“That’s what Texas is looking at,” Sheng said. “I’ve got one project working with Dr. Gretchen Miller and Binkley & Barfield Consulting Engineers. We are looking at the potential to capture stormwater and then recharge the aquifer in Harris County.”
An aquifer is basically an underground reservoir, Sheng explained.
“Remember, when an aquifer has been pumped, you have more space in the geologic formation. You can put more water back. If we design things well, you just use the aquifer or geologic formation as a storage space, like a reservoir.”
As with most reservoirs, the big questions Sheng gets from water users are: “How much is there?” and “How much can I use?” Providing good-quality, meaningful, usable answers to those questions is one of his central goals.
“When they see the numbers, water users can use them for their decisions. Like how much water is available — they can make decisions about whether to grow this crop or not grow it.”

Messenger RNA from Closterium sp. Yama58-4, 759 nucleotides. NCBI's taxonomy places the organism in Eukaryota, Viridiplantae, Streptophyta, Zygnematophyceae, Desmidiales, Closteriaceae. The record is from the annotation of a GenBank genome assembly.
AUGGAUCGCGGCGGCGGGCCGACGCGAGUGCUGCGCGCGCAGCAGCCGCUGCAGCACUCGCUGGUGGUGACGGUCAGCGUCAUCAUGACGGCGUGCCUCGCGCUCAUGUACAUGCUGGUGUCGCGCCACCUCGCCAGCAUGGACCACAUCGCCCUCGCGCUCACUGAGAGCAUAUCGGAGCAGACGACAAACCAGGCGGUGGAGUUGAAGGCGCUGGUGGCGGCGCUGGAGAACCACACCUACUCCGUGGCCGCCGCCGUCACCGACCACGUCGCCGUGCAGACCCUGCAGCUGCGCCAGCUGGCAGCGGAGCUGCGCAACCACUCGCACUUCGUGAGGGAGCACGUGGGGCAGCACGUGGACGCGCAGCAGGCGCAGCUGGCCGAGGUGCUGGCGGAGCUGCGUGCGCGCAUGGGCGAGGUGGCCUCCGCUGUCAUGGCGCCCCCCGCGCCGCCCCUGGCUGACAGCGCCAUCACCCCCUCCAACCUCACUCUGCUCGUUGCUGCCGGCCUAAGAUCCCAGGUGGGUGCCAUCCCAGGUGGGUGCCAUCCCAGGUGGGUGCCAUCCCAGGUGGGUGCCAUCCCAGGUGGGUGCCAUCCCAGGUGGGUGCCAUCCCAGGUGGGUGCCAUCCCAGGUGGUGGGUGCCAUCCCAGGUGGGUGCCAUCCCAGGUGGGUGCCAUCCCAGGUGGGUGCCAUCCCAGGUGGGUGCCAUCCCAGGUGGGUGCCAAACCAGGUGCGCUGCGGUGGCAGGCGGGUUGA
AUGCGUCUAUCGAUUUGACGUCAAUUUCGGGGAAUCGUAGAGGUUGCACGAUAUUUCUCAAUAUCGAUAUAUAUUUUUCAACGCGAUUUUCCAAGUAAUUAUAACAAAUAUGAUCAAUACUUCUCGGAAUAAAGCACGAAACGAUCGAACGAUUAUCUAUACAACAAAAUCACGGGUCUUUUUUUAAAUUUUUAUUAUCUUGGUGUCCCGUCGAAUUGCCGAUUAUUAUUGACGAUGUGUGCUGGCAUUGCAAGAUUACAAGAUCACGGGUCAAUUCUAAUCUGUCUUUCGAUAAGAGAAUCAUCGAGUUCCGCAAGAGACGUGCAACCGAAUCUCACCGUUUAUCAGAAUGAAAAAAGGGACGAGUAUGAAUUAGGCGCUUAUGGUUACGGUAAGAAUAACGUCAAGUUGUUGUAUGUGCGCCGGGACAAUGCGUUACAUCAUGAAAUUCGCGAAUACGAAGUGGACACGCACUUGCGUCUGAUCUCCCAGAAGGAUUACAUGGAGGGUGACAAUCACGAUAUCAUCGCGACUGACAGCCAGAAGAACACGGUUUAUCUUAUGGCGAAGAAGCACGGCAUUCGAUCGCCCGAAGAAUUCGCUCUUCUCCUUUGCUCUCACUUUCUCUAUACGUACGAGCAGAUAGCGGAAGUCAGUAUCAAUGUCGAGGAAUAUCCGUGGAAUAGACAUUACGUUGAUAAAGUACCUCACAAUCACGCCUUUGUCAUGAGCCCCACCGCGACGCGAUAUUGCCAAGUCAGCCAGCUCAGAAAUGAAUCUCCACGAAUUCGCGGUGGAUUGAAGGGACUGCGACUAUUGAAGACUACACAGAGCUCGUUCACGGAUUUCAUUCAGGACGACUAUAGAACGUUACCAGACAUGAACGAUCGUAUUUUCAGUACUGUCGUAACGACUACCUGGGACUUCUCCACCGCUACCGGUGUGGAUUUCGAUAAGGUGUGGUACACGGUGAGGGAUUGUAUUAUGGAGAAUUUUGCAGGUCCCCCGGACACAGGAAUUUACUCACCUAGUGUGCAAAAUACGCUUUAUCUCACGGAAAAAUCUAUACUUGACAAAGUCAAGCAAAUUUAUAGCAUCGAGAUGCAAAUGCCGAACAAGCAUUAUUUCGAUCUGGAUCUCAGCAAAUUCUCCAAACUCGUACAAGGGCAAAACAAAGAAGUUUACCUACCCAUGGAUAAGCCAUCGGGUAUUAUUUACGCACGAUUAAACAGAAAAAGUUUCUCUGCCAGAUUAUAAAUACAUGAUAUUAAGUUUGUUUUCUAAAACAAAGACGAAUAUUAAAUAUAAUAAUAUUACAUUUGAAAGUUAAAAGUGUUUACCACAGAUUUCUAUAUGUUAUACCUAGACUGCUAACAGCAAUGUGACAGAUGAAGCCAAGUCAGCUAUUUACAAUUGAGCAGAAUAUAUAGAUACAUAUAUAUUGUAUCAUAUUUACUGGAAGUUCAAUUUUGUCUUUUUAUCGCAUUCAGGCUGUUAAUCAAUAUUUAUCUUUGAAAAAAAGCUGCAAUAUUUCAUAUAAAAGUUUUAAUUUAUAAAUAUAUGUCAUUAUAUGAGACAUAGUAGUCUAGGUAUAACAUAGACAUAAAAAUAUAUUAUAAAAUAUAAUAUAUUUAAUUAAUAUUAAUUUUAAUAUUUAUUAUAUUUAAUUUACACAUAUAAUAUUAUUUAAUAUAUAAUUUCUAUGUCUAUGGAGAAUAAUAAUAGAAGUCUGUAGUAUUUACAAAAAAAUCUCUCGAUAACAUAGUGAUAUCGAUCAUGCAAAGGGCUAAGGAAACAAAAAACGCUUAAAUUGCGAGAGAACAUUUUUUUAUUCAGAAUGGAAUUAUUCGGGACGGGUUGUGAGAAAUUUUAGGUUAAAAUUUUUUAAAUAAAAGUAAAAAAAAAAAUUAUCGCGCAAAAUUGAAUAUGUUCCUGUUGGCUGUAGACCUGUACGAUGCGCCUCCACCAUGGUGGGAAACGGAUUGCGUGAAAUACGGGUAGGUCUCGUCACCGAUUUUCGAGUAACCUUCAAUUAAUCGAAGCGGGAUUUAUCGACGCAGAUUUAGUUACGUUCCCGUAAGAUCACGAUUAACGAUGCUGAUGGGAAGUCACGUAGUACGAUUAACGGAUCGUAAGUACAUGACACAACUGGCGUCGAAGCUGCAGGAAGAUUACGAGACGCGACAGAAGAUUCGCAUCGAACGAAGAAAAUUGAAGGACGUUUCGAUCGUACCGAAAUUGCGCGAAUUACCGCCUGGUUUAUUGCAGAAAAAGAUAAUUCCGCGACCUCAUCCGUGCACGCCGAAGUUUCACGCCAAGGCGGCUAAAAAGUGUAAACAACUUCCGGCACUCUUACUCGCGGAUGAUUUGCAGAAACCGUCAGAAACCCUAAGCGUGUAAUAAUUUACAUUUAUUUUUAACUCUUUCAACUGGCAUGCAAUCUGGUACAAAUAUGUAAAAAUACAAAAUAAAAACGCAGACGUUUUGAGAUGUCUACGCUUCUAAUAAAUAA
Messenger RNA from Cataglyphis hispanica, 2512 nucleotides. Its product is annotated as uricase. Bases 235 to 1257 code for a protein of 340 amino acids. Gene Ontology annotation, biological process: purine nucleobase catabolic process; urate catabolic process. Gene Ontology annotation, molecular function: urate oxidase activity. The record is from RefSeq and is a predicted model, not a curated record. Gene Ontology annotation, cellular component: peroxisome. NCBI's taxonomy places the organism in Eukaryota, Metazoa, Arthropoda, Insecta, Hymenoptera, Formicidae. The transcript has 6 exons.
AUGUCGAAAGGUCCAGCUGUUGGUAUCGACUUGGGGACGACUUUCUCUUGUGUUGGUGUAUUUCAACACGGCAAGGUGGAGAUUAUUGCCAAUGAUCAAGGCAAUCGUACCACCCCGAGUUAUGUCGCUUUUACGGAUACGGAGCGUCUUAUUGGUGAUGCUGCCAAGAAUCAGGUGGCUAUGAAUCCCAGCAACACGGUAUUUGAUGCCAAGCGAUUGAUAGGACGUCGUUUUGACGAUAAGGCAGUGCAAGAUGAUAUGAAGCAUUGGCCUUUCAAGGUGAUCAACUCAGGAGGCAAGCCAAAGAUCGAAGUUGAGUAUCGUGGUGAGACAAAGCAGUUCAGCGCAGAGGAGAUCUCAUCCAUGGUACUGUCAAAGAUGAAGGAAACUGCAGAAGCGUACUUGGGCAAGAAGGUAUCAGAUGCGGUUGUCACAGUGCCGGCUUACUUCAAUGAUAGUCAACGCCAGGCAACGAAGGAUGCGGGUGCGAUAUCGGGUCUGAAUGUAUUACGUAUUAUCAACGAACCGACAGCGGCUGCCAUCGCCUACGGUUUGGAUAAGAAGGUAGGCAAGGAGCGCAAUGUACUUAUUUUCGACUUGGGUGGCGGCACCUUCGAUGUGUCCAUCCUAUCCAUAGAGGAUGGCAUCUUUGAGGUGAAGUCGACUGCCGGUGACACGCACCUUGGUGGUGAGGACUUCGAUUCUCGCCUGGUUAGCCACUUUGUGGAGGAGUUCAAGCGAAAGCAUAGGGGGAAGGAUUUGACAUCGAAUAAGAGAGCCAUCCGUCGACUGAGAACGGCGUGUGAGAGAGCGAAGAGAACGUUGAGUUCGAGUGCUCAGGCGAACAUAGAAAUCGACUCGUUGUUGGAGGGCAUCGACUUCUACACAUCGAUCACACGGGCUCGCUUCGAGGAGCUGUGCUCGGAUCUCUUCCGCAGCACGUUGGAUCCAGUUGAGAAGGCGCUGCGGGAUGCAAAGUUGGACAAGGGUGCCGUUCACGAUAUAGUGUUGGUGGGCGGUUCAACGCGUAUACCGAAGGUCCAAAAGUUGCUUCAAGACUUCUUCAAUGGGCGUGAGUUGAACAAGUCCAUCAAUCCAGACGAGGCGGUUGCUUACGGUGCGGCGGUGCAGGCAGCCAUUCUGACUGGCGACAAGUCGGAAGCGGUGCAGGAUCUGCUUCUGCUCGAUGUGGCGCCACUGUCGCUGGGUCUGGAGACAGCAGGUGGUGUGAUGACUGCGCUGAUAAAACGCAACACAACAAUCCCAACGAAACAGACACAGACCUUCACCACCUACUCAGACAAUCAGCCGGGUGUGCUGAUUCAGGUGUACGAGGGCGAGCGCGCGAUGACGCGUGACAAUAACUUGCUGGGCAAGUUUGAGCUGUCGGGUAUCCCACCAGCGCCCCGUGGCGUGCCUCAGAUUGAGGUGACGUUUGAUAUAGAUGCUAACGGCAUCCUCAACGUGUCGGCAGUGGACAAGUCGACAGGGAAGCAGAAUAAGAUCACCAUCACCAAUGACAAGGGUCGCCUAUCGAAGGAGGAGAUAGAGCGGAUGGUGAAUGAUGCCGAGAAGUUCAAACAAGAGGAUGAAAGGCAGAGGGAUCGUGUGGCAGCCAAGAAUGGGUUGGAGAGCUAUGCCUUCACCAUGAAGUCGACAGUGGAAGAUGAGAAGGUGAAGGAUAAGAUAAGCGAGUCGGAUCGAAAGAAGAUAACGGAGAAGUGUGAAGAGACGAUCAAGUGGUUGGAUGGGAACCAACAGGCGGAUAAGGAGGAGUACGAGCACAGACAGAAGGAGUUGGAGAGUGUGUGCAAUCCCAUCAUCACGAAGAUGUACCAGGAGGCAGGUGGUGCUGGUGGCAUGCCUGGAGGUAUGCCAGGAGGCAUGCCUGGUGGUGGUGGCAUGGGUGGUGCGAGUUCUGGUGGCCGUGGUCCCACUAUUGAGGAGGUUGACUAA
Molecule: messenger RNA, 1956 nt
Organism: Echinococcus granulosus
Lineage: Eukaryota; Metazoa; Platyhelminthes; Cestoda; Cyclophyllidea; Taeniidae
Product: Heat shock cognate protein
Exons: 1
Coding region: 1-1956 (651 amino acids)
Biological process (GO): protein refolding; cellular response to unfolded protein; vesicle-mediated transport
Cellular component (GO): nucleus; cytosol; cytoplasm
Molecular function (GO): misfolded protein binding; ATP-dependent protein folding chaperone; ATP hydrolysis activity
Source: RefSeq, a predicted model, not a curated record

Sheng wants that information to be as accurate and useful as possible. Technology and teamwork are paving the way to that goal.
“With all this computer capacity and interdisciplinary work with scientists and researchers from regional institutes, agencies and organizations, we can develop models more capable of providing the information needed by stakeholders,” Sheng said. “Some of the information can be real time, and some information is more for preparation so they can make decisions about water today for the future.”
Sheng’s continuing goal is to provide good, usable hydrological information to water users. His joy is to see them use it. Producing more, better data can help make both of those things happen, and that is good for everyone, including the aquifers.
“With more data available, you have better understanding of the aquifer and more data available on the crops and on the watershed. So you have better understanding of the hydrological processes on the surface and in the ground,” Sheng said.
“So that’s what I’m hoping for: we have better technology and better information and can provide better understanding for stakeholders.”